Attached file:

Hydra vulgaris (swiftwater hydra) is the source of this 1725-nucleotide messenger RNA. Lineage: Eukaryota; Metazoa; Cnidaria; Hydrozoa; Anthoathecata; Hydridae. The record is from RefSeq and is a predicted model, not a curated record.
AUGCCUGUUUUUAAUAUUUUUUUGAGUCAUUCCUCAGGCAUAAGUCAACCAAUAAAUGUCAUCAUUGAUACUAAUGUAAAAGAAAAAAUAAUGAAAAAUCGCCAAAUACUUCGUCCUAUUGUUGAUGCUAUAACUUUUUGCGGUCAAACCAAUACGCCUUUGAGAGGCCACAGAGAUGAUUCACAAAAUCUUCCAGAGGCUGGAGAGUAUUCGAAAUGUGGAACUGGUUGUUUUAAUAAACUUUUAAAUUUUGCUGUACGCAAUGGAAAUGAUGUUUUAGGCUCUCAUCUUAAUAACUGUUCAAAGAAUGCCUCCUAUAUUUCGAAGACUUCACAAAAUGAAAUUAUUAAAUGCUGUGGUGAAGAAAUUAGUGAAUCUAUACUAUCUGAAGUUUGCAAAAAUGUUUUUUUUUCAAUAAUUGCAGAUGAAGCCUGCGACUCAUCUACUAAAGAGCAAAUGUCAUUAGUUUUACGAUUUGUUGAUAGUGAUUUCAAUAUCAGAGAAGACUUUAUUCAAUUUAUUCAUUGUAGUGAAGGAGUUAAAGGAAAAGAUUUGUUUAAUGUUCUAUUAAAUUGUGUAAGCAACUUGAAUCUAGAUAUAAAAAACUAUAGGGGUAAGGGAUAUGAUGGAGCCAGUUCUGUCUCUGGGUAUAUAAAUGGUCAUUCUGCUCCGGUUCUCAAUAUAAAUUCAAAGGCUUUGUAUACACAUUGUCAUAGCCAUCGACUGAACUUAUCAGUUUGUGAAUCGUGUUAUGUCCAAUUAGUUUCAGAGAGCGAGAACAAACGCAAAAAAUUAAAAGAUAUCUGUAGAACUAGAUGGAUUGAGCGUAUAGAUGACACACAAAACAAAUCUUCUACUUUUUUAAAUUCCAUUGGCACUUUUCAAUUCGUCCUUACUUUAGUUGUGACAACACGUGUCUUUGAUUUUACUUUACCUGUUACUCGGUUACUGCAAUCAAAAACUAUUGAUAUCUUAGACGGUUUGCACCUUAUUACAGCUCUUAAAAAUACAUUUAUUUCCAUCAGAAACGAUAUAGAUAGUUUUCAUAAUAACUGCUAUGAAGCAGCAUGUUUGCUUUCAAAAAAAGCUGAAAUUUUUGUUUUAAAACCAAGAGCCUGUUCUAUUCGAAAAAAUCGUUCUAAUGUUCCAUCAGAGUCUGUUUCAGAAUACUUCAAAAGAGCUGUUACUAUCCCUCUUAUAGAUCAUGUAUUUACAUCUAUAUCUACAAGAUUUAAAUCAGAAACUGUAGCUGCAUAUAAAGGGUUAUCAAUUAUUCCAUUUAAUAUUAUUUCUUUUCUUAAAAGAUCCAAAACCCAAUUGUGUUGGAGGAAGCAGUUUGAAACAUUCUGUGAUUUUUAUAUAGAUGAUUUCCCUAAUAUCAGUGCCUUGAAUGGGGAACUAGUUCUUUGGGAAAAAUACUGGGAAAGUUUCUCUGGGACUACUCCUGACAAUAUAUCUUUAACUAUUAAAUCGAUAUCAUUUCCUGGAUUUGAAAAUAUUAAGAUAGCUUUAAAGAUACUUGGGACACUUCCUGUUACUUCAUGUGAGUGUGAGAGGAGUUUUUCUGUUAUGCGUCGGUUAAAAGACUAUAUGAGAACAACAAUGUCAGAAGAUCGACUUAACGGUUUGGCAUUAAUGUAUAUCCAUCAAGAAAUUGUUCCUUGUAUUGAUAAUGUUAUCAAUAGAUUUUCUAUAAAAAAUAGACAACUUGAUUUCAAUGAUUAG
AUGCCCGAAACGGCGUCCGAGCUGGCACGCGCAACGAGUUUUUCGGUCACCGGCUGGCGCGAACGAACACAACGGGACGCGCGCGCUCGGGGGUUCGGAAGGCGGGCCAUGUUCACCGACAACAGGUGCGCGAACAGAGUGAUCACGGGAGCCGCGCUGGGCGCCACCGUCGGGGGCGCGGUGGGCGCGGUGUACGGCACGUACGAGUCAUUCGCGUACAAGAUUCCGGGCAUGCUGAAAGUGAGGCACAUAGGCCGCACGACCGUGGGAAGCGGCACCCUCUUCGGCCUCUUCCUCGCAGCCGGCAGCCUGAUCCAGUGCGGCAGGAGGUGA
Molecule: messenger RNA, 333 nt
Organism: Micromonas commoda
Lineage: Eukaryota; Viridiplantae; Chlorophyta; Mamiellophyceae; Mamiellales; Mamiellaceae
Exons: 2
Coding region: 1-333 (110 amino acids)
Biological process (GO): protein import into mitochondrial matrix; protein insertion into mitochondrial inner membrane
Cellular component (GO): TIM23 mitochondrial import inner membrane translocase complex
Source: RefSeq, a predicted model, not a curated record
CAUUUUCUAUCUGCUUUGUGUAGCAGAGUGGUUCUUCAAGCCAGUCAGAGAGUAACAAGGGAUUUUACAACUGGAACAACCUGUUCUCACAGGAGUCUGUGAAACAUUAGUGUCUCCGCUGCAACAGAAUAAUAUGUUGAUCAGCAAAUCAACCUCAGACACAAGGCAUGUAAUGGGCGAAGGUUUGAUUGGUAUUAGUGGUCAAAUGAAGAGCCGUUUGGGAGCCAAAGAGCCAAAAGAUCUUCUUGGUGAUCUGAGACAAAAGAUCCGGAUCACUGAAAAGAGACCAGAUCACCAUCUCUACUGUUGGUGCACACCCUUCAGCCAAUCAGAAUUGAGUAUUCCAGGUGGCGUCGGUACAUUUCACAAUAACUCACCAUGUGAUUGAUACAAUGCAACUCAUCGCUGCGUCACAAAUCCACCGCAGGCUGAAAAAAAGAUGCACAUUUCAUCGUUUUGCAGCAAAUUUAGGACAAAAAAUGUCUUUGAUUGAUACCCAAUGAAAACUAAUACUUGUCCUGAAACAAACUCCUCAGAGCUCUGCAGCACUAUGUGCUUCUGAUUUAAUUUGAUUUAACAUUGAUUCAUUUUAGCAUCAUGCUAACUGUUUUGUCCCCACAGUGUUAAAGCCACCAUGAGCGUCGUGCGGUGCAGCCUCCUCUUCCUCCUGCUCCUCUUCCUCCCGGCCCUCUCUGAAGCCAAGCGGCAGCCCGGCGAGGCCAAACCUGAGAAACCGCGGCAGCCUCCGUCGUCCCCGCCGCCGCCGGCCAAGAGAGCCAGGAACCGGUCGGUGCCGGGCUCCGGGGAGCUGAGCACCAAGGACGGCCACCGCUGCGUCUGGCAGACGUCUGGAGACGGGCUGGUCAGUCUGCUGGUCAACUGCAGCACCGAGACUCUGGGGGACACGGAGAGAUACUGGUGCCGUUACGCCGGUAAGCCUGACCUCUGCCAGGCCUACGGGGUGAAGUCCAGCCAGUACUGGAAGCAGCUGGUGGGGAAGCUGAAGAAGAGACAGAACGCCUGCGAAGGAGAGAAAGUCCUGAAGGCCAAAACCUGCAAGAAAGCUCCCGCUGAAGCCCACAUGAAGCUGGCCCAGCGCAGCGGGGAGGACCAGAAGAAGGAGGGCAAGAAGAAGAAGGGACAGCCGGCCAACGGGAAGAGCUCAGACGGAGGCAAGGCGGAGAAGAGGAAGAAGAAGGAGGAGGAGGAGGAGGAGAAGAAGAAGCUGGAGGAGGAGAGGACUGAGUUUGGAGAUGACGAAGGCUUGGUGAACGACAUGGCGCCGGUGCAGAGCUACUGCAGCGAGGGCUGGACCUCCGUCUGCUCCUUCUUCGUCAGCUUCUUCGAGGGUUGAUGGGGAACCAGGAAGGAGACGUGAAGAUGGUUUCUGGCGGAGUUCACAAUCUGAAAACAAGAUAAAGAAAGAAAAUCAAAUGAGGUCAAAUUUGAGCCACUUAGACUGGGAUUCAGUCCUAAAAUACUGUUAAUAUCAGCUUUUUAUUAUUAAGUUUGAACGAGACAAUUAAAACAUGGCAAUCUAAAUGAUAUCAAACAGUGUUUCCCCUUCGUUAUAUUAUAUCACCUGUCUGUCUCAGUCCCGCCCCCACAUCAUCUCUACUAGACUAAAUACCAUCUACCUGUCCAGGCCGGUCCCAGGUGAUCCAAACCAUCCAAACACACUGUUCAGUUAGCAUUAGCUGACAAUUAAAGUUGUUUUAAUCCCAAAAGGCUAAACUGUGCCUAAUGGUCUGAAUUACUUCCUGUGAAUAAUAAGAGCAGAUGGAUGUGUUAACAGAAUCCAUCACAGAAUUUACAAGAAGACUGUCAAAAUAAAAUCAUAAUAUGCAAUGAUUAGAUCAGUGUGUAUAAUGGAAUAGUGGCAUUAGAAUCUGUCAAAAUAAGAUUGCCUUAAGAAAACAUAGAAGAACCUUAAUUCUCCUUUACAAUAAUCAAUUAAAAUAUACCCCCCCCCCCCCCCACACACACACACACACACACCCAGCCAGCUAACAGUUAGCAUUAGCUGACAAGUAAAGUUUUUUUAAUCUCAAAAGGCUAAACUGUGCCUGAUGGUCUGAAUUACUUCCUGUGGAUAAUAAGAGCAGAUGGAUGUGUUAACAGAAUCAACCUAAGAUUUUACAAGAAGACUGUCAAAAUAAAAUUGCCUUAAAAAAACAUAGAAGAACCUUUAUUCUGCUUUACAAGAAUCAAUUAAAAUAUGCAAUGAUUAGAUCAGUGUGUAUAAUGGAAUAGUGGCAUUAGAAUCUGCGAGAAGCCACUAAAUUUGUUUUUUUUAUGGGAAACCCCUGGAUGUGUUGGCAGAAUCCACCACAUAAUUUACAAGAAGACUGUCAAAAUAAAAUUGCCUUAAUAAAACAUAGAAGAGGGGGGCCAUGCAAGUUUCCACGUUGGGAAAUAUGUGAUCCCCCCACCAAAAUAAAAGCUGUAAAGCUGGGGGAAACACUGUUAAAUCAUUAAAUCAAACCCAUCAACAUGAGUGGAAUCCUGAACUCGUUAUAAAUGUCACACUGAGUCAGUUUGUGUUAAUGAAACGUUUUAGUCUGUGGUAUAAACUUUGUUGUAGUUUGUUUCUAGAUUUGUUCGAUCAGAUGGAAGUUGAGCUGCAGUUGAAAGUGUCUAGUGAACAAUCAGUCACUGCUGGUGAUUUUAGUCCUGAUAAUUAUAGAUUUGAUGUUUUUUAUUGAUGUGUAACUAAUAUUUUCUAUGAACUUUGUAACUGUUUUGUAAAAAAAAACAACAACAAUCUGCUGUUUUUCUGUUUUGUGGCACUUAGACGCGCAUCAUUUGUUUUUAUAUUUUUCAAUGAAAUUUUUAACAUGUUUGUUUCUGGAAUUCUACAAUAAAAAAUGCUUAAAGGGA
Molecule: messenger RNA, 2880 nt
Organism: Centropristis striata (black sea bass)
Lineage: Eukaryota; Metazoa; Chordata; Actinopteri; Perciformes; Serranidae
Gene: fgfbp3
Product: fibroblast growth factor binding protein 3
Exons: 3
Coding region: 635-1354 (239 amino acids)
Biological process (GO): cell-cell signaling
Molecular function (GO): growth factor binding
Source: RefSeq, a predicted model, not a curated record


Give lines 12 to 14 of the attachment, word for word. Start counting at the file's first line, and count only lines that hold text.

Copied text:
CAUUUUCUAUCUGCUUUGUGUAGCAGAGUGGUUCUUCAAGCCAGUCAGAGAGUAACAAGGGAUUUUACAACUGGAACAACCUGUUCUCACAGGAGUCUGUGAAACAUUAGUGUCUCCGCUGCAACAGAAUAAUAUGUUGAUCAGCAAAUCAACCUCAGACACAAGGCAUGUAAUGGGCGAAGGUUUGAUUGGUAUUAGUGGUCAAAUGAAGAGCCGUUUGGGAGCCAAAGAGCCAAAAGAUCUUCUUGGUGAUCUGAGACAAAAGAUCCGGAUCACUGAAAAGAGACCAGAUCACCAUCUCUACUGUUGGUGCACACCCUUCAGCCAAUCAGAAUUGAGUAUUCCAGGUGGCGUCGGUACAUUUCACAAUAACUCACCAUGUGAUUGAUACAAUGCAACUCAUCGCUGCGUCACAAAUCCACCGCAGGCUGAAAAAAAGAUGCACAUUUCAUCGUUUUGCAGCAAAUUUAGGACAAAAAAUGUCUUUGAUUGAUACCCAAUGAAAACUAAUACUUGUCCUGAAACAAACUCCUCAGAGCUCUGCAGCACUAUGUGCUUCUGAUUUAAUUUGAUUUAACAUUGAUUCAUUUUAGCAUCAUGCUAACUGUUUUGUCCCCACAGUGUUAAAGCCACCAUGAGCGUCGUGCGGUGCAGCCUCCUCUUCCUCCUGCUCCUCUUCCUCCCGGCCCUCUCUGAAGCCAAGCGGCAGCCCGGCGAGGCCAAACCUGAGAAACCGCGGCAGCCUCCGUCGUCCCCGCCGCCGCCGGCCAAGAGAGCCAGGAACCGGUCGGUGCCGGGCUCCGGGGAGCUGAGCACCAAGGACGGCCACCGCUGCGUCUGGCAGACGUCUGGAGACGGGCUGGUCAGUCUGCUGGUCAACUGCAGCACCGAGACUCUGGGGGACACGGAGAGAUACUGGUGCCGUUACGCCGGUAAGCCUGACCUCUGCCAGGCCUACGGGGUGAAGUCCAGCCAGUACUGGAAGCAGCUGGUGGGGAAGCUGAAGAAGAGACAGAACGCCUGCGAAGGAGAGAAAGUCCUGAAGGCCAAAACCUGCAAGAAAGCUCCCGCUGAAGCCCACAUGAAGCUGGCCCAGCGCAGCGGGGAGGACCAGAAGAAGGAGGGCAAGAAGAAGAAGGGACAGCCGGCCAACGGGAAGAGCUCAGACGGAGGCAAGGCGGAGAAGAGGAAGAAGAAGGAGGAGGAGGAGGAGGAGAAGAAGAAGCUGGAGGAGGAGAGGACUGAGUUUGGAGAUGACGAAGGCUUGGUGAACGACAUGGCGCCGGUGCAGAGCUACUGCAGCGAGGGCUGGACCUCCGUCUGCUCCUUCUUCGUCAGCUUCUUCGAGGGUUGAUGGGGAACCAGGAAGGAGACGUGAAGAUGGUUUCUGGCGGAGUUCACAAUCUGAAAACAAGAUAAAGAAAGAAAAUCAAAUGAGGUCAAAUUUGAGCCACUUAGACUGGGAUUCAGUCCUAAAAUACUGUUAAUAUCAGCUUUUUAUUAUUAAGUUUGAACGAGACAAUUAAAACAUGGCAAUCUAAAUGAUAUCAAACAGUGUUUCCCCUUCGUUAUAUUAUAUCACCUGUCUGUCUCAGUCCCGCCCCCACAUCAUCUCUACUAGACUAAAUACCAUCUACCUGUCCAGGCCGGUCCCAGGUGAUCCAAACCAUCCAAACACACUGUUCAGUUAGCAUUAGCUGACAAUUAAAGUUGUUUUAAUCCCAAAAGGCUAAACUGUGCCUAAUGGUCUGAAUUACUUCCUGUGAAUAAUAAGAGCAGAUGGAUGUGUUAACAGAAUCCAUCACAGAAUUUACAAGAAGACUGUCAAAAUAAAAUCAUAAUAUGCAAUGAUUAGAUCAGUGUGUAUAAUGGAAUAGUGGCAUUAGAAUCUGUCAAAAUAAGAUUGCCUUAAGAAAACAUAGAAGAACCUUAAUUCUCCUUUACAAUAAUCAAUUAAAAUAUACCCCCCCCCCCCCCCACACACACACACACACACACCCAGCCAGCUAACAGUUAGCAUUAGCUGACAAGUAAAGUUUUUUUAAUCUCAAAAGGCUAAACUGUGCCUGAUGGUCUGAAUUACUUCCUGUGGAUAAUAAGAGCAGAUGGAUGUGUUAACAGAAUCAACCUAAGAUUUUACAAGAAGACUGUCAAAAUAAAAUUGCCUUAAAAAAACAUAGAAGAACCUUUAUUCUGCUUUACAAGAAUCAAUUAAAAUAUGCAAUGAUUAGAUCAGUGUGUAUAAUGGAAUAGUGGCAUUAGAAUCUGCGAGAAGCCACUAAAUUUGUUUUUUUUAUGGGAAACCCCUGGAUGUGUUGGCAGAAUCCACCACAUAAUUUACAAGAAGACUGUCAAAAUAAAAUUGCCUUAAUAAAACAUAGAAGAGGGGGGCCAUGCAAGUUUCCACGUUGGGAAAUAUGUGAUCCCCCCACCAAAAUAAAAGCUGUAAAGCUGGGGGAAACACUGUUAAAUCAUUAAAUCAAACCCAUCAACAUGAGUGGAAUCCUGAACUCGUUAUAAAUGUCACACUGAGUCAGUUUGUGUUAAUGAAACGUUUUAGUCUGUGGUAUAAACUUUGUUGUAGUUUGUUUCUAGAUUUGUUCGAUCAGAUGGAAGUUGAGCUGCAGUUGAAAGUGUCUAGUGAACAAUCAGUCACUGCUGGUGAUUUUAGUCCUGAUAAUUAUAGAUUUGAUGUUUUUUAUUGAUGUGUAACUAAUAUUUUCUAUGAACUUUGUAACUGUUUUGUAAAAAAAAACAACAACAAUCUGCUGUUUUUCUGUUUUGUGGCACUUAGACGCGCAUCAUUUGUUUUUAUAUUUUUCAAUGAAAUUUUUAACAUGUUUGUUUCUGGAAUUCUACAAUAAAAAAUGCUUAAAGGGA
Molecule: messenger RNA, 2880 nt
Organism: Centropristis striata (black sea bass)